[openstack-dev] [TripleO] Tuskar CLI after architecture changes

Radomir Dopieralski openstack at sheep.art.pl
Fri Dec 20 09:13:20 UTC 2013

On 20/12/13 00:17, Jay Pipes wrote:
> On 12/19/2013 04:55 AM, Radomir Dopieralski wrote:
>> On 14/12/13 16:51, Jay Pipes wrote:
>> [snip]
>>> Instead of focusing on locking issues -- which I agree are very
>>> important in the virtualized side of things where resources are
>>> "thinner" -- I believe that in the bare-metal world, a more useful focus
>>> would be to ensure that the Tuskar API service treats related group
>>> operations (like "deploy an undercloud on these nodes") in a way that
>>> can handle failures in a graceful and/or atomic way.
>> Atomicity of operations can be achieved by intoducing critical sections.
>> You basically have two ways of doing that, optimistic and pessimistic.
>> Pessimistic critical section is implemented with a locking mechanism
>> that prevents all other processes from entering the critical section
>> until it is finished.
> I'm familiar with the traditional non-distributed software concept of a
> mutex (or in Windows world, a critical section). But we aren't dealing
> with traditional non-distributed software here. We're dealing with
> highly distributed software where components involved in the
> "transaction" may not be running on the same host or have much awareness
> of each other at all.

Yes, that is precisely why you need to have a single point where they
can check if they are not stepping on each other's toes. If you don't,
you get race conditions and non-deterministic behavior. The only
difference with traditional, non-distributed software is that since the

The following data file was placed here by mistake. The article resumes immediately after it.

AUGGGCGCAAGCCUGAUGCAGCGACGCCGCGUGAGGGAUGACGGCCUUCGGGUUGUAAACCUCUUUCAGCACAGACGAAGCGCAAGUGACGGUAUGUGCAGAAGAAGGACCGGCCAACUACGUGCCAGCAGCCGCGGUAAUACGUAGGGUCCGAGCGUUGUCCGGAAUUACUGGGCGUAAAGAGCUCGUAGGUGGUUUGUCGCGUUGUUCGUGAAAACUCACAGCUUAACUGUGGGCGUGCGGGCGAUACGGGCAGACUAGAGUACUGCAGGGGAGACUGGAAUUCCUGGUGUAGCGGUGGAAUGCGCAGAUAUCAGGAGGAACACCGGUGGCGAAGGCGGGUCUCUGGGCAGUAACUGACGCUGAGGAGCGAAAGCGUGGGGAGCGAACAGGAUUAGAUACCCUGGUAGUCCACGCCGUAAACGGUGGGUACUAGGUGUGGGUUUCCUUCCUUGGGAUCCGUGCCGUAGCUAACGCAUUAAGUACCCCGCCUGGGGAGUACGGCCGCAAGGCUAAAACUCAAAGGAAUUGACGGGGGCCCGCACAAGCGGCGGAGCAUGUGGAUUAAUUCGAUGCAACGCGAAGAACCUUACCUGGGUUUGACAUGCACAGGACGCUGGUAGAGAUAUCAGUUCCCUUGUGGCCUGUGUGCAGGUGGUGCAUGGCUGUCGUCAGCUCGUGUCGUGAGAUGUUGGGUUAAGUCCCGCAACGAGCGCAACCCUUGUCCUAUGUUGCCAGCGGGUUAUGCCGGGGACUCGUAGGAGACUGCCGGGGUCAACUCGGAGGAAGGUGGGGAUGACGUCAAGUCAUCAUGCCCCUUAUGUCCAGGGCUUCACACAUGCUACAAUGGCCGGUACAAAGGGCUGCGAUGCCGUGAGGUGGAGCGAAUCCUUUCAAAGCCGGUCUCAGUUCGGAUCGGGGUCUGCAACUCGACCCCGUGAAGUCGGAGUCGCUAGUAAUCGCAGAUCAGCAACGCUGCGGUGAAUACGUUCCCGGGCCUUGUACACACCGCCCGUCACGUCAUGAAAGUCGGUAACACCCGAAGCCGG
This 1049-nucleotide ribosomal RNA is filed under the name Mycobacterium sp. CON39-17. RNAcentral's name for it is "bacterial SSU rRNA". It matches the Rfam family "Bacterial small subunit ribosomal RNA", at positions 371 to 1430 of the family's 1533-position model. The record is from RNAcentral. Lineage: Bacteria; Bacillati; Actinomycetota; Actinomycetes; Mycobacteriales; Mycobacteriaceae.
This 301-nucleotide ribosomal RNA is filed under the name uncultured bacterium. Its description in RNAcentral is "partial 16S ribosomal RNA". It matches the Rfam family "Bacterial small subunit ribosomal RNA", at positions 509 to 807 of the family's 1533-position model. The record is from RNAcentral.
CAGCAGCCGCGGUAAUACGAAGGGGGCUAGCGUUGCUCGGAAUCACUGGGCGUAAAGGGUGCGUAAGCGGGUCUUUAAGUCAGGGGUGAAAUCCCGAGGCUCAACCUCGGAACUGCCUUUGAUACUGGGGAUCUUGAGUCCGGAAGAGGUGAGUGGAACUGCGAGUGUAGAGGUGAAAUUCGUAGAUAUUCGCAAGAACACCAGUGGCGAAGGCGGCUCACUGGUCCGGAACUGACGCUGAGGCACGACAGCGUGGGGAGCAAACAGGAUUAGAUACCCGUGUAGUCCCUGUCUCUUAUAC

components involved are communicating over a, relatively slow, network,
you have a much, much greater chance of actually having a conflict.
Scaling the whole thing to hundreds of nodes practically guarantees trouble.

> And, in any case (see below), I don't think that this is a problem that
> needs to be solved in Tuskar.
>> Perhaps you have some other way of making them atomic that I can't
>> think of?
> I should not have used the term atomic above. I actually do not think
> that the things that Tuskar/Ironic does should be viewed as an atomic
> operation. More below.

OK, no operations performed by Tuskar need to be atomic, noted.

>>> For example, if the construction or installation of one compute worker
>>> failed, adding some retry or retry-after-wait-for-event logic would be
>>> more useful than trying to put locks in a bunch of places to prevent
>>> multiple sysadmins from trying to deploy on the same bare-metal nodes
>>> (since it's just not gonna happen in the real world, and IMO, if it did
>>> happen, the sysadmins/deployers should be punished and have to clean up
>>> their own mess ;)
>> I don't see why they should be punished, if the UI was assuring them
>> that they are doing exactly the thing that they wanted to do, at every
>> step, and in the end it did something completely different, without any
>> warning. If anyone deserves punishment in such a situation, it's the
>> programmers who wrote the UI in such a way.
> The issue I am getting at is that, in the real world, the problem of
> multiple users of Tuskar attempting to deploy an undercloud on the exact